Saturday, July 7, 2012

Caudill Cabin  

           Basin Creek Cove  

                       Doughton Park




In 1916, fifty families lived in the Basin Cove community of Wilkes County.  If you have seen the movie  Sgt York....or  maybe Cold Mountain...you can get an idea of what it must have been like to live in such an isolated locale.   The Cove is a narrow slit of earth made wide by the flow of  mountain stream....that by the time it gets to Longbottom  Road, some 6 miles away, it  is swift enough to dam for a hydro-electric turbine.....steep mountain walls rise up from the creek bed...the cove is so narrow, there is hardly room for one cabin on each side of the creek

What happened to the Basin Cove Community is ever on your mind as you walk along a  path most likely very similar to the one used by the community over a century ago. By 1916, fifty families lived in Basin Cove.  But one July day in 1916, rain began and did not stop for 24 hours.  When it subsided, three people were dead and most of the homes were washed away.  Soon thereafter all the residents moved away leaving the remnants of their community to be reclaimed by the forest.  Only the Caudill Cabin survived.


 

Getting to the Trail Head is not easy if you have not been there before.  It is located on Longbottom Road, halfway between Traphill Road and NC 18.  Coming from Traphill Road you will miss Longbottom Road if you are looking for the road sign (we did!) as it is hidden by tree limbs....but it is the first road to the right after Traphill Elementary School. It is simpler to follow the signs to Stone Mountain Golf Course.

Once at the Grassy Gap Road Trail Head you will hike the longest 1.6 miles of your life to the Basin Creek Trail head.  The hike is easy along a fire road following the Creek upstream.  There is a large primitive camp site at the Basin Creek Trail head as  several of Doughton Park's trails intersect here.


Flatland math says that 3.3 +1.6 = 4.9....but the Fat Bald White Guy is in the Mountains and we have learned that mountain math is very different from flatland math....my GPS says that we walked over 7.25 miles from the Longbottom Road trail head to the Cabin..... making it a 15 miles round trip instead of a 10 miler as we expected....go figure!





The Basin Creek Trail begins wide and level as it follows on a small ridge line above the creek along a forested route.  From here you would never expect to get your feet wet but the trail crosses the Creek at least 16 times and wet feet is something you learn to deal with.






The trail becomes narrow as it snakes up the Cove.   It generally follows the creek and is nicely marked with blue dots which helps immensely as you choose your route across the creek and then have to pick up the trail on the other side.









The Blue Dots did not help us navigate around these downed trees...we could not tell where the trail was until I waded up the creek and saw the trail on the other side of these trees.







During one of our rest breaks I found myself sitting on a rock beneath two of the most unusual trees I have ever seen......I called them  Crooked Twins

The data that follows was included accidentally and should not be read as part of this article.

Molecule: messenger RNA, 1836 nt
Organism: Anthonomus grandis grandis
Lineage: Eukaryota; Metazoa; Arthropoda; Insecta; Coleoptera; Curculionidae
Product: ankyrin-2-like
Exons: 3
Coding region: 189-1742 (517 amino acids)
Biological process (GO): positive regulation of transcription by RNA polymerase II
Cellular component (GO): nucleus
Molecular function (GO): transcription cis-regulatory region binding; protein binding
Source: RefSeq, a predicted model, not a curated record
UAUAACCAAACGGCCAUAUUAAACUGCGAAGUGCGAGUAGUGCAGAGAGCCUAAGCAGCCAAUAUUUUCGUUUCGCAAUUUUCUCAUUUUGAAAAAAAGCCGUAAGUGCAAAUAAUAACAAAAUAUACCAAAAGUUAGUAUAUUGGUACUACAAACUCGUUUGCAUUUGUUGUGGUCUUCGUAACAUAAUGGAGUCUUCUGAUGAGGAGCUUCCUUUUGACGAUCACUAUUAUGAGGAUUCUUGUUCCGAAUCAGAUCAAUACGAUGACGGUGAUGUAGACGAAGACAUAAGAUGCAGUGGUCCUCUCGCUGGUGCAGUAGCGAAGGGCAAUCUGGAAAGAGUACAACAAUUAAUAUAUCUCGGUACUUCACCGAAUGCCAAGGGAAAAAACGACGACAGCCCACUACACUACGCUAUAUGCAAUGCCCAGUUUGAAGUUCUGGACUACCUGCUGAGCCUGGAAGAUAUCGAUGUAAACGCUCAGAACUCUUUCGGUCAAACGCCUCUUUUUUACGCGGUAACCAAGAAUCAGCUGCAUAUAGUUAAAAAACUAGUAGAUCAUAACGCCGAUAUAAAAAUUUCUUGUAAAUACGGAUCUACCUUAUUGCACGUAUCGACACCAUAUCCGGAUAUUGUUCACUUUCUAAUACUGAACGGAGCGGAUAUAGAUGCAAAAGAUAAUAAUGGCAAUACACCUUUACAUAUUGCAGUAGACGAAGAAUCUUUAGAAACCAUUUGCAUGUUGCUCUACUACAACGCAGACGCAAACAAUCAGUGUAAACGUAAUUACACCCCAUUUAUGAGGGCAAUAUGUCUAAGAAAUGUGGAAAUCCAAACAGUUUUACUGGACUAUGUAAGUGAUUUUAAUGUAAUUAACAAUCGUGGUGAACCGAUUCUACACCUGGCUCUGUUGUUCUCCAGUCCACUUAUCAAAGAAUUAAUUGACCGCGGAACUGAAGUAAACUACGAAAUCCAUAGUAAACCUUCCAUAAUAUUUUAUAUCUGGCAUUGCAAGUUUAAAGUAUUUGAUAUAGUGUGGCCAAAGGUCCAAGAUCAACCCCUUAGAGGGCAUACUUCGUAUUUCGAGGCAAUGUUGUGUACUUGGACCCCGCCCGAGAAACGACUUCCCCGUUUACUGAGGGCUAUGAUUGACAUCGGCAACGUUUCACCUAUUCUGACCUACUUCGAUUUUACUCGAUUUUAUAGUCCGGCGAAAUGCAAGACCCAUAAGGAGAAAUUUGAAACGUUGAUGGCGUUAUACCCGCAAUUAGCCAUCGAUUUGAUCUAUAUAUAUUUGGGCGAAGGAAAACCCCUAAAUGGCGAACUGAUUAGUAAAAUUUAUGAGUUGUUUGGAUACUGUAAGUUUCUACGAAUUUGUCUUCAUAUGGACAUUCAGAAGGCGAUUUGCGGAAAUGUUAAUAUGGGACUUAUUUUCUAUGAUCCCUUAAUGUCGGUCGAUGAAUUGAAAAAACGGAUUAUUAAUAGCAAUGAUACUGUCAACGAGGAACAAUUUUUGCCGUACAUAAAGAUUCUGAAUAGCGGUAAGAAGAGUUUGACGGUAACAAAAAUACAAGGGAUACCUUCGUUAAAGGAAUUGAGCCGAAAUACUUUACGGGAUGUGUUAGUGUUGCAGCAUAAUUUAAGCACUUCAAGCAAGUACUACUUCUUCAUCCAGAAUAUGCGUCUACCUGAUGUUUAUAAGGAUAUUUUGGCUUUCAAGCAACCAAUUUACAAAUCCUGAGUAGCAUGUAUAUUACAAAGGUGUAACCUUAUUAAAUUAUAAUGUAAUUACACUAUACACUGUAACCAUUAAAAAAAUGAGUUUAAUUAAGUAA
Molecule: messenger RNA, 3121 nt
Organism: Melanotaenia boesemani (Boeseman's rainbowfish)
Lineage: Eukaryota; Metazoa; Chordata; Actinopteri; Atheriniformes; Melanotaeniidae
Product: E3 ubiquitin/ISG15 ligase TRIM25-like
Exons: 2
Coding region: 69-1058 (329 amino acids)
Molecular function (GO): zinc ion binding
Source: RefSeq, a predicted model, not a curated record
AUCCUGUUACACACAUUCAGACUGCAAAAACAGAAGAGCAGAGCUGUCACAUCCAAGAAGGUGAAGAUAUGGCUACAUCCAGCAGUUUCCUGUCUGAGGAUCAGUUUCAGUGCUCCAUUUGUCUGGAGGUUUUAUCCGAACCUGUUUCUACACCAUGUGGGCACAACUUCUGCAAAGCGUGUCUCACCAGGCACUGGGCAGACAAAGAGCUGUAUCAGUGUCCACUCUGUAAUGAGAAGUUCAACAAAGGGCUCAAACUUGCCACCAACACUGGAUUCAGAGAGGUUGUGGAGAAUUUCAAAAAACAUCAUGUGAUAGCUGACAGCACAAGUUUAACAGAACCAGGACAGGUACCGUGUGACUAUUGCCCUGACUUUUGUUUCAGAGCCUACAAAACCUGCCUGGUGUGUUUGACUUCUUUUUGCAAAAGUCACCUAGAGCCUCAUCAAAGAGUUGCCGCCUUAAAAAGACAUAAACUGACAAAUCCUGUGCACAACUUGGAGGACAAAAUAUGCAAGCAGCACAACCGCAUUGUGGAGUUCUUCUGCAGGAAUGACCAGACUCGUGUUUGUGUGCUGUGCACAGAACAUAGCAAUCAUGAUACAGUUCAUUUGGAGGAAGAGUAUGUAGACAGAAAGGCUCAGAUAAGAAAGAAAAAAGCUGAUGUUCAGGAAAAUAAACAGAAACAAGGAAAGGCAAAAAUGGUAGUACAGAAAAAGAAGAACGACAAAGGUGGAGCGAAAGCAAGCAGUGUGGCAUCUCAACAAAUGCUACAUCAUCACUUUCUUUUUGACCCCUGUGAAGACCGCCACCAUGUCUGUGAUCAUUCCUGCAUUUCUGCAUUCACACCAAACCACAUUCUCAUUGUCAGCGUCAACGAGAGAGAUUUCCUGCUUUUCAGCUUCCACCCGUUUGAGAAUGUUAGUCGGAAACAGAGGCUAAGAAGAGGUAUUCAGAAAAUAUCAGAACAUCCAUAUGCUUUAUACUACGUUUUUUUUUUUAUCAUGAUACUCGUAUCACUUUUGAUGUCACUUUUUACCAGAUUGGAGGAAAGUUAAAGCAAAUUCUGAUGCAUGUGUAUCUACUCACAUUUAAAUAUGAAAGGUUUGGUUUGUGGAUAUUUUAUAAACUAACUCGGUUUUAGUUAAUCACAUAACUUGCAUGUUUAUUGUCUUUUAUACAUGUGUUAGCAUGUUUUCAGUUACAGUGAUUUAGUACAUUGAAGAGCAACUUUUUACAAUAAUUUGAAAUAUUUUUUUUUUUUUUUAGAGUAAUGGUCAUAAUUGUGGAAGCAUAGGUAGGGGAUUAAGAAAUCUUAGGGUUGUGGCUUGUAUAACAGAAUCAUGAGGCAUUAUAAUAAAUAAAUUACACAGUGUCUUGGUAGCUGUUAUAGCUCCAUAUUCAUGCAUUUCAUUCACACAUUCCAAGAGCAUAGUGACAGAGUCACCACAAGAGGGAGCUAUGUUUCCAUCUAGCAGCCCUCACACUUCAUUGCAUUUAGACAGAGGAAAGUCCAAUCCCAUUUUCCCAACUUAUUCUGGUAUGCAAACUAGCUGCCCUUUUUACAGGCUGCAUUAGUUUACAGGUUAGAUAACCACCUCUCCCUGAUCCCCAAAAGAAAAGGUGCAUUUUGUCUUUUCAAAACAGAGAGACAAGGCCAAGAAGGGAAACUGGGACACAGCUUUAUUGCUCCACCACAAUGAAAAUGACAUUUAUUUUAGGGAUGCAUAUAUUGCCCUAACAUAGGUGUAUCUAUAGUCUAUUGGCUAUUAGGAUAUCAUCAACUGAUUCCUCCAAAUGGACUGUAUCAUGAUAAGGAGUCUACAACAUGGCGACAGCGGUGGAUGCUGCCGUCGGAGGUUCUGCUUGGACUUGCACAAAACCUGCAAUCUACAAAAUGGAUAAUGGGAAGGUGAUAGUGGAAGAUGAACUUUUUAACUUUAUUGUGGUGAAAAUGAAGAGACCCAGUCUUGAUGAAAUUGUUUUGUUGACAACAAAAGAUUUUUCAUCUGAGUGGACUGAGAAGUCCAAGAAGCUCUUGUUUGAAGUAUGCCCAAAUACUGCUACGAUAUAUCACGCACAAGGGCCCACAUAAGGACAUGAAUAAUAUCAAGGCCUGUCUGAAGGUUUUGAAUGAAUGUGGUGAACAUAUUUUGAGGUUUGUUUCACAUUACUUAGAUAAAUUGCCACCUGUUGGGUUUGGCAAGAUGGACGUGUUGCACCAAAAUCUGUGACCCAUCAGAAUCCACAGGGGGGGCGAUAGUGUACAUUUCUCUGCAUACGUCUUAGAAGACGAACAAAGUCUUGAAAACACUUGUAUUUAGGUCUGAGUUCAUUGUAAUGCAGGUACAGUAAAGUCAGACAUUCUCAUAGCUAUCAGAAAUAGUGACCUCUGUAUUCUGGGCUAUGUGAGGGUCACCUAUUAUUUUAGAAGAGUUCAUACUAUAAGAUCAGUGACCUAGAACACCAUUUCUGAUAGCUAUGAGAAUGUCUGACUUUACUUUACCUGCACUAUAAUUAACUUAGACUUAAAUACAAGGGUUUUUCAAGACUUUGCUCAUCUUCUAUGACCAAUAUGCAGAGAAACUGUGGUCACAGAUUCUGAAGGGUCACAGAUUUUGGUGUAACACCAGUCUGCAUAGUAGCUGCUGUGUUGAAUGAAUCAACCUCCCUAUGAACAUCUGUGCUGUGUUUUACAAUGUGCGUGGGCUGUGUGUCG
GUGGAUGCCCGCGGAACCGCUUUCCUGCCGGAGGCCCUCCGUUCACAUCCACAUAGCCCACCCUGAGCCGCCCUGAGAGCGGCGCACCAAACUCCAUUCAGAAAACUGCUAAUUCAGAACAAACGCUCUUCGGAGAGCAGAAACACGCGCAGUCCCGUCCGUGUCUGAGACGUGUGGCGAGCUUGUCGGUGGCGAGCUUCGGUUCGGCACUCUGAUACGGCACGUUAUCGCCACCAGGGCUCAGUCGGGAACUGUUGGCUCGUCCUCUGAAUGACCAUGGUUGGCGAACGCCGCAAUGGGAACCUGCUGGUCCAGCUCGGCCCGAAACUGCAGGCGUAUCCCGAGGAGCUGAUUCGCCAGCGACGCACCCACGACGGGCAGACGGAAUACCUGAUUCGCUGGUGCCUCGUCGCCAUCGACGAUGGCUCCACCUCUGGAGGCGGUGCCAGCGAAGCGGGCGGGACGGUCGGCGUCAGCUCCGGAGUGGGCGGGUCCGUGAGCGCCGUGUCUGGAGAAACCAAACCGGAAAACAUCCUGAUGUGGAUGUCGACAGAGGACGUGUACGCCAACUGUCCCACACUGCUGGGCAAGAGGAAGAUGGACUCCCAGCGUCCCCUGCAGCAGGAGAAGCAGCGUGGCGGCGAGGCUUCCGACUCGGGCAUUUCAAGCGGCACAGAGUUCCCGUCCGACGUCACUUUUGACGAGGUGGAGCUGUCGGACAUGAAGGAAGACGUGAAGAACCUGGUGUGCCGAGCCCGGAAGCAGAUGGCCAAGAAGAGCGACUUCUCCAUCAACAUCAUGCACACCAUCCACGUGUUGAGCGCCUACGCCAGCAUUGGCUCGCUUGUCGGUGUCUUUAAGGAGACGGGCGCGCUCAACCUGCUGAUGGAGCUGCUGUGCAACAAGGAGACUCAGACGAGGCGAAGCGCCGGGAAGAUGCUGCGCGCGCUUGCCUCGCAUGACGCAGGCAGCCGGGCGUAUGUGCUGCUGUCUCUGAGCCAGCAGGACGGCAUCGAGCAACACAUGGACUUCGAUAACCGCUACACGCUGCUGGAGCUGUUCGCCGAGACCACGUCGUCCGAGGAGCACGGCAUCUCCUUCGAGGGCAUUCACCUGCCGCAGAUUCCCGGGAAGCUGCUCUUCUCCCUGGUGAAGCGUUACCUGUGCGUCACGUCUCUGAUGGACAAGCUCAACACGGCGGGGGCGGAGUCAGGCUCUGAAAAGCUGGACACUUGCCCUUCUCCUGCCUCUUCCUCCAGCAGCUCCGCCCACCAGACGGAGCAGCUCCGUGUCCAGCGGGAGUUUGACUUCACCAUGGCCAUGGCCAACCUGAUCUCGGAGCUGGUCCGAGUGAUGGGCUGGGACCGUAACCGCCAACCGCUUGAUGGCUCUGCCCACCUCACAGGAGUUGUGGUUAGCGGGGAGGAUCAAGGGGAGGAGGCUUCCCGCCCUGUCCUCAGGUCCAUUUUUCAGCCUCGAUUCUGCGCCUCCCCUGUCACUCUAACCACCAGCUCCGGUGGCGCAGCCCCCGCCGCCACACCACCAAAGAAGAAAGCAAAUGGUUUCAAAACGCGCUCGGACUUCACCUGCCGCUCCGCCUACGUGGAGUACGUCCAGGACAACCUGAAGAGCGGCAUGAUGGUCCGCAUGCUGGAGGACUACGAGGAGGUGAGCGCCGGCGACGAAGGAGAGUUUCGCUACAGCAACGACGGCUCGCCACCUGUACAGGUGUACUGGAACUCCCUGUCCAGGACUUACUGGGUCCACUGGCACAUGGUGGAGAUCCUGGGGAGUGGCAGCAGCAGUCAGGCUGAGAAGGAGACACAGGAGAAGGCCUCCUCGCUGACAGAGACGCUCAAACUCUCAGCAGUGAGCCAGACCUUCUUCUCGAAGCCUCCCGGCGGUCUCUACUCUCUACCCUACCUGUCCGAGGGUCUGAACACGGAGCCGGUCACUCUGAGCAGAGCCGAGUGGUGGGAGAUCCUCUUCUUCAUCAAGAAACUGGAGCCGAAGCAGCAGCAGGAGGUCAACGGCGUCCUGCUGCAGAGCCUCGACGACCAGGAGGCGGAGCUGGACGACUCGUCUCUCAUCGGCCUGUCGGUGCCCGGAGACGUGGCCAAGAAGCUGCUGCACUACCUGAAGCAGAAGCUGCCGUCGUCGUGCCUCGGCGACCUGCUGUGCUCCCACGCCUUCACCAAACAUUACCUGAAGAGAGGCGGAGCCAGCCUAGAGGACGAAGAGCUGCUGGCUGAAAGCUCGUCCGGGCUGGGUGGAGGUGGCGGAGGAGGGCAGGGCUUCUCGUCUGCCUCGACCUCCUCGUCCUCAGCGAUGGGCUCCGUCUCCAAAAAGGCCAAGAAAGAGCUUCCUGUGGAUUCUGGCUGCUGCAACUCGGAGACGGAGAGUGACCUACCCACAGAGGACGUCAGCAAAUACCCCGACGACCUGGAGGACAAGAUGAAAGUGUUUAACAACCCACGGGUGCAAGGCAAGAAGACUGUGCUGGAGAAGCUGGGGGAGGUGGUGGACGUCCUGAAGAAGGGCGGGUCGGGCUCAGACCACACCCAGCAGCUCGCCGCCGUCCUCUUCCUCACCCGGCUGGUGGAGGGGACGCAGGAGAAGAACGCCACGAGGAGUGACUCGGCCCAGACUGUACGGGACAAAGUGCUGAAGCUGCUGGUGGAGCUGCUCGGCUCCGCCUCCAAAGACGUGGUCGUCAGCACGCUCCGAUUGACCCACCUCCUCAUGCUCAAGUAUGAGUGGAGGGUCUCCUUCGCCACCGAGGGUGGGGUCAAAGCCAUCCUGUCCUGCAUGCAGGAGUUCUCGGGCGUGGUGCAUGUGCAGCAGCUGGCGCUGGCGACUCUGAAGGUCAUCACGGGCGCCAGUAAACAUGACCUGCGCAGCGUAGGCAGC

Summer Whites are every where you look.  They adorn the mountain forest.  I love the way the buds are so pink they are almost purple.....The Glory of the Lord is all around us if we just look!




A mossy log spans the creek over mossy rocks at one of the creek crossings.....you know something.... moss covered rocks tend to be a bit slippery when wet!












The further you travel up the creek, the steeper the mountain walls that surround the cove tend to be.   I think in most places the Cove is not 50 yards wide.  I love the way the sun "spotlights" the top of this rock cliff.













This waterfall makes the Fat Bald White Guy all time best waterfalls....the upper falls flow into a basin, the size of a large bath tub....rain kept me from lounging in that tub on the way out....what a great pic that would have been!



While the trail should be labeled "moderate", its length combined with the temperature and humidity today made the trek very strenuous for the Fat Bald White Guy......Barry Baker warned me on Facebook this morning....."Hydrate, Hydrate, Hydrate" ....and I thought I had ....drank a couple of Gatorades on the way up and carried in Gatorade and water....but by the end of the trek up to the cabin, I was experiencing some signs of dehydration which was greatly limiting my ability to hike out of the woods.....



As I sat on a rock looking up this creek and was seriously concerned that two remaining bottles of water were not sufficient to relieve my dehydration....two Forest Nymphs came to my rescue.  We all knew that God protects drunks and fools....but who knew He looked after Fat Bald White Guys too!  You see as I sat there I observed for the first time all day a butterfly....first there was a Yellow one...then a Purple one...( must be ECU Fans?!)...As they performed an aerial dance over the creek in front of me...they let loose some serious Pixie Dust....and soon it began to rain.  A cool rain that soon turned into a downpour....and it felt like I was standing in a cold shower at home....my body temp cooled....my cramps disappeared....and my energy returned...Who said God was a Tar Heel....GO PIRATES!.....ARRRGH!




The Fat Bald White Guy rates this trail - 7


Access is hard to find, long walk in - 6


Scenery is great esp w/ history of Cove - 8


Trail is well marked, clear, easy to walk but too many creek crossings - 7







Next Week back to Linville Gorge....Hawksbill ....

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